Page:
April 29 (Bloomberg) -- Frederic Cilins, a French citizen charged with obstructing a U.S. grand jury investigation into bribes paid to win mining rights in Guinea, should be denied bail, prosecutors said.
Cilins, who is in custody in Florida, submitted a false, unsigned affidavit in support of his bid to win release on bail, the government said in a filing yesterday in federal court in Jacksonville, Florida. The papers provide additional details of the government’s case against Cilins.
Cilins said in the affidavit he is the sole owner of two limited liability companies that hold Florida properties being proposed for use as security for a bond, Assistant U.S. Attorney Kelly Karase said in the filing. Instead, the LLCs are owned by Cilins and two other men, Michael Noy and Avraham Lev Ran, who are tied to Cilins’s alleged crime, Karase said.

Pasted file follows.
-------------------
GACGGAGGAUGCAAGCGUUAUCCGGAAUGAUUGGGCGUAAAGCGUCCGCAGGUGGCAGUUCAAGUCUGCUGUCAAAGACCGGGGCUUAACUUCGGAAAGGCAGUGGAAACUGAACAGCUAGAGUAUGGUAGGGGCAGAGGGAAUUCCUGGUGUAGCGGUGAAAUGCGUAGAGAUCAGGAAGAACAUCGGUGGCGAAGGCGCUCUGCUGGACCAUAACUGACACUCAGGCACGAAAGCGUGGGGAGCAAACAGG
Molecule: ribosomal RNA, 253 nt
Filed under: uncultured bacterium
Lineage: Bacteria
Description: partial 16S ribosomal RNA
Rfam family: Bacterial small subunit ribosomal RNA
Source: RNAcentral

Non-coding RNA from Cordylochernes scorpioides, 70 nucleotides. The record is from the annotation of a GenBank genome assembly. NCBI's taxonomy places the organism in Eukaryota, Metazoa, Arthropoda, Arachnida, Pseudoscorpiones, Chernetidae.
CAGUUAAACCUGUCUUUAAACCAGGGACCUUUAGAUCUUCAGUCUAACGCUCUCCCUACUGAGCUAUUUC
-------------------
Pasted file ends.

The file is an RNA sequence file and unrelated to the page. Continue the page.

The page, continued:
“There is simply no reason to believe that either of these individuals would want the defendant to attend a trial at which their own activities will be the subject of inquiry,” Karase said in the filing.
Karase, who said Cilins presents a “grave risk of flight,” argued that he should be denied bail. Cilins is expected to appear in court in Jacksonville today.
Cilins is accused of offering to pay a witness to lie to a grand jury and to turn over documents for him to destroy, according to an indictment filed last week in federal court in Manhattan.
The case is U.S. v. Cilins, 13-mj-00975, U.S. District Court, Southern District of New York (Manhattan).
The Florida case is U.S. v. Cilins, 13-mj-01087, U.S. District Court, Middle District of Florida (Jacksonville).
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